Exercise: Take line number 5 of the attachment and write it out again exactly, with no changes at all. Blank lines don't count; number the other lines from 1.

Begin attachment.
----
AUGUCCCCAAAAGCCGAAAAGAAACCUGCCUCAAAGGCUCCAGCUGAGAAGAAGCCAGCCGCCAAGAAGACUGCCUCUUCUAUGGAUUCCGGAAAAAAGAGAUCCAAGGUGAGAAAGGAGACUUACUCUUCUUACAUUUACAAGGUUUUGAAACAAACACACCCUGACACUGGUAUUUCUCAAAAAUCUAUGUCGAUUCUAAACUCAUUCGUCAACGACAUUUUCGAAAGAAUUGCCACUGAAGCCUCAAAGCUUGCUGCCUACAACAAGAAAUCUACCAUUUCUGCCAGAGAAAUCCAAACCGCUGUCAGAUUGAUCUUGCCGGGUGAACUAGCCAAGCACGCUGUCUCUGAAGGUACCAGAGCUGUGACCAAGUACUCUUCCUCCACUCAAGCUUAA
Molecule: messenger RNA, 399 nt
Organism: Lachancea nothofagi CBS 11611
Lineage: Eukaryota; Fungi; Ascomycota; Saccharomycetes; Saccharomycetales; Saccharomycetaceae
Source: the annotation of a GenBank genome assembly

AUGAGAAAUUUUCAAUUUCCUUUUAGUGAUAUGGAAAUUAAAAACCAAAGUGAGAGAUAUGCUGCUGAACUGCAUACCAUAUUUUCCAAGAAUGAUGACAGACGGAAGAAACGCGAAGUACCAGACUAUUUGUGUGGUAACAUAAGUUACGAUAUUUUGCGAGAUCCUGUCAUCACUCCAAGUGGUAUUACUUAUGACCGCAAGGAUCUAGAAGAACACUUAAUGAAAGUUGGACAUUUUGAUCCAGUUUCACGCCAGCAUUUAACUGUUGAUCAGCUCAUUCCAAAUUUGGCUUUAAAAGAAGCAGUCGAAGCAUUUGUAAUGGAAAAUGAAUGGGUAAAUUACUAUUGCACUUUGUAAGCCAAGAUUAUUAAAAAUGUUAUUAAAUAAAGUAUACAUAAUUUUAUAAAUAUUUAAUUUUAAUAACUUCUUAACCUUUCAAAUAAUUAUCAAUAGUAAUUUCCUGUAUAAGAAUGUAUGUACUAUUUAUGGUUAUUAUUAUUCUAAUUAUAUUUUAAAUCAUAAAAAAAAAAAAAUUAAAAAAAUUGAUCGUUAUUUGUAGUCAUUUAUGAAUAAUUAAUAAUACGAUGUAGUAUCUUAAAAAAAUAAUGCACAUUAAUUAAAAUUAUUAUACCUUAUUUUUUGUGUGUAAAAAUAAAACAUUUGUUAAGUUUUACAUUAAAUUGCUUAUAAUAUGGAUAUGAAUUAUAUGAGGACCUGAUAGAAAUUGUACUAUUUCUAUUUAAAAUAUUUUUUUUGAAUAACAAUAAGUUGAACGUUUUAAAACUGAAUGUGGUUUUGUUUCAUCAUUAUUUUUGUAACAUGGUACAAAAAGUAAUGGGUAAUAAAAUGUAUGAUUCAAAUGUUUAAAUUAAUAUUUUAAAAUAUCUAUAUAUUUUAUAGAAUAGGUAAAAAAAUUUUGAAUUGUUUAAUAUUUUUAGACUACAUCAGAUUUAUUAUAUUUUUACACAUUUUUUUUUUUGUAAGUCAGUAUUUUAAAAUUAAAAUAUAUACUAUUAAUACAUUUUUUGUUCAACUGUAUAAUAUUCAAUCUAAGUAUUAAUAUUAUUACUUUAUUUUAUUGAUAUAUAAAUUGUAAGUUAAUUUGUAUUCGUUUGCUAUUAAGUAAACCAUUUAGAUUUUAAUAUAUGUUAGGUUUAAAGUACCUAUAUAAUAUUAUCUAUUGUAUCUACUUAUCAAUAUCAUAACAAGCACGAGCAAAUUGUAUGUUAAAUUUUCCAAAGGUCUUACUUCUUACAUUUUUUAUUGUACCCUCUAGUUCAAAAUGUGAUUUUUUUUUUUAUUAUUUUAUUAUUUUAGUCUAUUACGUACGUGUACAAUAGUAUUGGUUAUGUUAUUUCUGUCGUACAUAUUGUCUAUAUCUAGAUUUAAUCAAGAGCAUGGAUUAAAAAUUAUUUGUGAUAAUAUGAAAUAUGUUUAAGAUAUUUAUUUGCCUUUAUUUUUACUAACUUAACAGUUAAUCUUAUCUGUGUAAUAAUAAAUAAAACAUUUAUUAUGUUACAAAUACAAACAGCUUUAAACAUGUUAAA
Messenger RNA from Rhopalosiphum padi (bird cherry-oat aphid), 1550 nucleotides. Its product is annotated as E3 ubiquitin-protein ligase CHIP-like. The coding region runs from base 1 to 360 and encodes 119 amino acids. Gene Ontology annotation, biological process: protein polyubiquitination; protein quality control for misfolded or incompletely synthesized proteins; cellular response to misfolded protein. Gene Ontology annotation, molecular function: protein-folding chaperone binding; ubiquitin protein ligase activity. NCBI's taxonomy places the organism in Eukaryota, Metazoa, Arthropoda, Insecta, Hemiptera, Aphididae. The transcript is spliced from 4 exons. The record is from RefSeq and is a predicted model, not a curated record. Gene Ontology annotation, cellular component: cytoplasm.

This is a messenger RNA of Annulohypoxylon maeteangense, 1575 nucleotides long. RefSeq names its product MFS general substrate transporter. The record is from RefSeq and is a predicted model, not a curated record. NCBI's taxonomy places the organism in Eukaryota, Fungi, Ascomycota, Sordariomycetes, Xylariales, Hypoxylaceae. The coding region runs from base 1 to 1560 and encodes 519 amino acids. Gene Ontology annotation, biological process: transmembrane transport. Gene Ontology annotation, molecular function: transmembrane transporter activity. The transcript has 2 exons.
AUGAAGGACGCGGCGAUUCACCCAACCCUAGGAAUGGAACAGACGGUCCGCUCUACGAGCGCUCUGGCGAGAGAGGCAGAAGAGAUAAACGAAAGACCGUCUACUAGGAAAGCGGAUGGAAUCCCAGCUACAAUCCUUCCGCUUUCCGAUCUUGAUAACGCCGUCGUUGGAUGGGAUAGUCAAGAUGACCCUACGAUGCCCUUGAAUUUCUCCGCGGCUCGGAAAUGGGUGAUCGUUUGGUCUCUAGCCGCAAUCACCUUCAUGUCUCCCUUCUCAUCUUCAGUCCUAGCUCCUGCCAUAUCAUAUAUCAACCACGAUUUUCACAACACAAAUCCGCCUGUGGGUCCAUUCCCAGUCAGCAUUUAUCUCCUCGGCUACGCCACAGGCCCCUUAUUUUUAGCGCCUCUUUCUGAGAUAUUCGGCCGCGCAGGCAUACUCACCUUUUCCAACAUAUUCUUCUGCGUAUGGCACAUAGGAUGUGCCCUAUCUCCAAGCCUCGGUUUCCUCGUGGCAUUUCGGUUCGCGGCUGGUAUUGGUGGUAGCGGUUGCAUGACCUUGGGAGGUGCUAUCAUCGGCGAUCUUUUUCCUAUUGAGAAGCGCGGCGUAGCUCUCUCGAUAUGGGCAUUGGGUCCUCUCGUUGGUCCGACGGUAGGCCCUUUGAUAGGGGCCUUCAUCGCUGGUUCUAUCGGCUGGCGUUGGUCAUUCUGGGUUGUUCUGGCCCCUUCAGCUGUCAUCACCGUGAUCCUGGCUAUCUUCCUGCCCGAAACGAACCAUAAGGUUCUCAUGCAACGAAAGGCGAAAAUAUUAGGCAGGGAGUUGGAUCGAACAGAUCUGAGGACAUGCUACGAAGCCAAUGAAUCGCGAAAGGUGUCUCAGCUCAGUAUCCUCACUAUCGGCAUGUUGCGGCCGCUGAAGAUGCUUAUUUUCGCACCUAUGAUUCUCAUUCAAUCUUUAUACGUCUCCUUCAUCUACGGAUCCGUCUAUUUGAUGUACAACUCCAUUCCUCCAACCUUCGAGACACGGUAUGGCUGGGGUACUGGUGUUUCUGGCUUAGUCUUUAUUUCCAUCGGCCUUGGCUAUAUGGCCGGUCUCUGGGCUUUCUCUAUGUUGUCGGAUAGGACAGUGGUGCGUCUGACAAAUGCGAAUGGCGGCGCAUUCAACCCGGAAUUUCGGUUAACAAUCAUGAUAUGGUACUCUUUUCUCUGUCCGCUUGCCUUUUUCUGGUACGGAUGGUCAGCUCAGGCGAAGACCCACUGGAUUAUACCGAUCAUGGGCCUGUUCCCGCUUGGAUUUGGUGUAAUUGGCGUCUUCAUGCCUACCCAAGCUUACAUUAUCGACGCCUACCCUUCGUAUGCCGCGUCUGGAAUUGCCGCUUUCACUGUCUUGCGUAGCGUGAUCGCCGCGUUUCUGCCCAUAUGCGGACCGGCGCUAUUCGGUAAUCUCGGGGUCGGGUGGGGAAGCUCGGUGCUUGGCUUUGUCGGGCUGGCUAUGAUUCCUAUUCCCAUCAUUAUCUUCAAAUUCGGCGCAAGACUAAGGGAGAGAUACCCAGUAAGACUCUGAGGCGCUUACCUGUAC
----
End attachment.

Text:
Source: the annotation of a GenBank genome assembly